12 months of creative craic
We say: “A year of extraordinary creativity and disruption” – that’s how the west-coast Irish city bills its tenure as European Capital of Culture in 2020. Galway is pretty artsy any time, its (many) pubs overspilling with live music, its streets jolly with buskers, its hefty student population lending a lively vibe.
But come 2020, the ante will be upped, with a full programme – focused on the themes of language, landscape and migration – structured around the old Celtic calendar: Imbolc (budding season, February to April), Bealtaine (summer, May to July), Lughnasa (harvest, August to October) and Samhain (winter, November to January).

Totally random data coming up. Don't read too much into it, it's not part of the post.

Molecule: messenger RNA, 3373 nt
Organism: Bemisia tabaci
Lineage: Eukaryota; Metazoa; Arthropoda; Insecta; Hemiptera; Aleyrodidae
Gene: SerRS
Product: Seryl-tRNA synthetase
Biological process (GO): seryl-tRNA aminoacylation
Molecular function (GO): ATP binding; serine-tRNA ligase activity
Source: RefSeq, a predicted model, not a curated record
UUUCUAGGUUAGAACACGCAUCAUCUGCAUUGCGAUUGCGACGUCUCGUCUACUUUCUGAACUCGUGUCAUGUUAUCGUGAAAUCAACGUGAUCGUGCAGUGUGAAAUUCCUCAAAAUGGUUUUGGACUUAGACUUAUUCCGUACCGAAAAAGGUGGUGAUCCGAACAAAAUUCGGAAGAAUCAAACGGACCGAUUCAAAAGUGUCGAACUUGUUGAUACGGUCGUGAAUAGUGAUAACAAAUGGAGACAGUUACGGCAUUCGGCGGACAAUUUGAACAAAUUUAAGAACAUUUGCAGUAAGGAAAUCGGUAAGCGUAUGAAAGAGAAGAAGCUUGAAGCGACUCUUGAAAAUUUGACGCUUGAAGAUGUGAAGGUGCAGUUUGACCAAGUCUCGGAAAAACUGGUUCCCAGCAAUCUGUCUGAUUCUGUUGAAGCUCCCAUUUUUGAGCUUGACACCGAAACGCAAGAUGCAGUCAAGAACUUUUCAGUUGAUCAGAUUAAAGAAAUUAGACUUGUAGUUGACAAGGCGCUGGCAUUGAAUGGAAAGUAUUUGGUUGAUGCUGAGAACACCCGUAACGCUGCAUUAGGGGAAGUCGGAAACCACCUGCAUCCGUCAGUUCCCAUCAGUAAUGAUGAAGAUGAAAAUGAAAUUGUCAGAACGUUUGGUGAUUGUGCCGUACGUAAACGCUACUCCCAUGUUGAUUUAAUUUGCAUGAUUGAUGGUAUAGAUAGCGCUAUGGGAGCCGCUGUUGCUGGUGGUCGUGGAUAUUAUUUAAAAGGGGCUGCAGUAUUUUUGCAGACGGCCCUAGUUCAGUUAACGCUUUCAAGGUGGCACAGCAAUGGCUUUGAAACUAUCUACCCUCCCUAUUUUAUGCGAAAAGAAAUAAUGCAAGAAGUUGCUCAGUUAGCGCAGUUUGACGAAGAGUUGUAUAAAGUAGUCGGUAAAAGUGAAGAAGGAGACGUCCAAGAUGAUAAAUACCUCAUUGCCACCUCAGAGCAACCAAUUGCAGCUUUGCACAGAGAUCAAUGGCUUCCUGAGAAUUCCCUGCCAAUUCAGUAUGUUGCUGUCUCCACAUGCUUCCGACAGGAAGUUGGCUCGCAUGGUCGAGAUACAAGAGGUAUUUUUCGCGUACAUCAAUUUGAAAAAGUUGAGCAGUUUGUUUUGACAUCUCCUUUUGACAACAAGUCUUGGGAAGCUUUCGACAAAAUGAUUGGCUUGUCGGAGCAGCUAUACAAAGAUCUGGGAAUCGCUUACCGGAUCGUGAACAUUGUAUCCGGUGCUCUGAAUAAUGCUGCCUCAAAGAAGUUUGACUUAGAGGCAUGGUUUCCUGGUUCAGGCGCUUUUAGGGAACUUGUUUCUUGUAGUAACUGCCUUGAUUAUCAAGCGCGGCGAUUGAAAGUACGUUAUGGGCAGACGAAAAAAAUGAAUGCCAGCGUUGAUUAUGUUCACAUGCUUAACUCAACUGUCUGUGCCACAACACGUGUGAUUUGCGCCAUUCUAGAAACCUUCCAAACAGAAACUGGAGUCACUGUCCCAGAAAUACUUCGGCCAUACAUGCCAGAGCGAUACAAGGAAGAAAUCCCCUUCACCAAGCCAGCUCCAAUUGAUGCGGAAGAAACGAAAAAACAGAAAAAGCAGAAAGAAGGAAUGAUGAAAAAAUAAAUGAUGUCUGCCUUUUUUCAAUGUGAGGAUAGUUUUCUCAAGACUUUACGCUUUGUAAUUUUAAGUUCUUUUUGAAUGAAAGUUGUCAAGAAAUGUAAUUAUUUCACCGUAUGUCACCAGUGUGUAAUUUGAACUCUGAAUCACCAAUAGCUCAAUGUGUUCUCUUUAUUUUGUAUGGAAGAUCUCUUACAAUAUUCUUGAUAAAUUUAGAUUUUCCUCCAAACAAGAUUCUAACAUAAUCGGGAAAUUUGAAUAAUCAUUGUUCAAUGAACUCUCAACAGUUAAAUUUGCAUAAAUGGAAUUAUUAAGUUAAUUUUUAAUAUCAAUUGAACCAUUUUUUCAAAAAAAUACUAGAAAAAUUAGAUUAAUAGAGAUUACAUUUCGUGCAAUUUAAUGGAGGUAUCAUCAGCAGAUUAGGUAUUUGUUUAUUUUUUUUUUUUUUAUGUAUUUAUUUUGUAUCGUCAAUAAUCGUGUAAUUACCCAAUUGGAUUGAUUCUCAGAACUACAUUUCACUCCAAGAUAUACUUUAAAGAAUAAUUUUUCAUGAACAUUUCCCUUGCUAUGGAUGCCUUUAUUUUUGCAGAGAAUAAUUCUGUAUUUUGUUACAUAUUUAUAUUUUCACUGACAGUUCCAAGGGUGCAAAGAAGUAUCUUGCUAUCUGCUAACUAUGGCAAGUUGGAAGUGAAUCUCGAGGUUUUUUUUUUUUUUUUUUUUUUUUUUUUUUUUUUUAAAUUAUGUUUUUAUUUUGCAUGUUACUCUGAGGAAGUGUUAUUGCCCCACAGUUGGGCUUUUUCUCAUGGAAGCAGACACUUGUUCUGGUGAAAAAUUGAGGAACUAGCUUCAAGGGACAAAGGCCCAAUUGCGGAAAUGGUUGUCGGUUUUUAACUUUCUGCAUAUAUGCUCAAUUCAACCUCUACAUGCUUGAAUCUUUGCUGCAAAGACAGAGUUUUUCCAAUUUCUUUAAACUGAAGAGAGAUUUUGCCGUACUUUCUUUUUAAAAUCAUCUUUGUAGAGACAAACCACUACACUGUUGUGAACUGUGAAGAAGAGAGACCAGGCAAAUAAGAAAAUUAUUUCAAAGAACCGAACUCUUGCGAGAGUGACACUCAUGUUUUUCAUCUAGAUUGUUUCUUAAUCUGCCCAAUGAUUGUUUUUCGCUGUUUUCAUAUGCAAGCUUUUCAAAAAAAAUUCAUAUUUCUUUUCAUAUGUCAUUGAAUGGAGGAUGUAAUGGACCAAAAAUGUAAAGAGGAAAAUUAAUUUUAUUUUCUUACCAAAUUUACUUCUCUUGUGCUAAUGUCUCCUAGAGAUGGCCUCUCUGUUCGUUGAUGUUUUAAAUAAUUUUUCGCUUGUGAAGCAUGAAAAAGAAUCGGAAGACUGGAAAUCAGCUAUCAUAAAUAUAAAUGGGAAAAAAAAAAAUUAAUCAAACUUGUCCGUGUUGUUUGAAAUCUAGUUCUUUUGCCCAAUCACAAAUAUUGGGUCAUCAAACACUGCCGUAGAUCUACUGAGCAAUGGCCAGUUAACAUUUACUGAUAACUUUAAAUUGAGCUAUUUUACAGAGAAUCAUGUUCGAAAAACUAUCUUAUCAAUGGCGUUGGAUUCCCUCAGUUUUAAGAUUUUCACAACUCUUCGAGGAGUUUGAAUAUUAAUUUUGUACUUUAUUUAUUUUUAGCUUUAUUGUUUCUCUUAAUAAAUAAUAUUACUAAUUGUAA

There will be 1,900 events in total, with highlights including giant light installations splashed across heaths and bogs; a version of Homer’s Odyssey touring the beaches; an International Women’s Day event attended by Margaret Atwood; the Cúirt International Festival and its celebration of Irish and European literature; country, blues, gospel, folk and bluegrass concerts; Project Baa Baa (a paean to sheep); and no fewer than 30 projects celebrating the Irish language.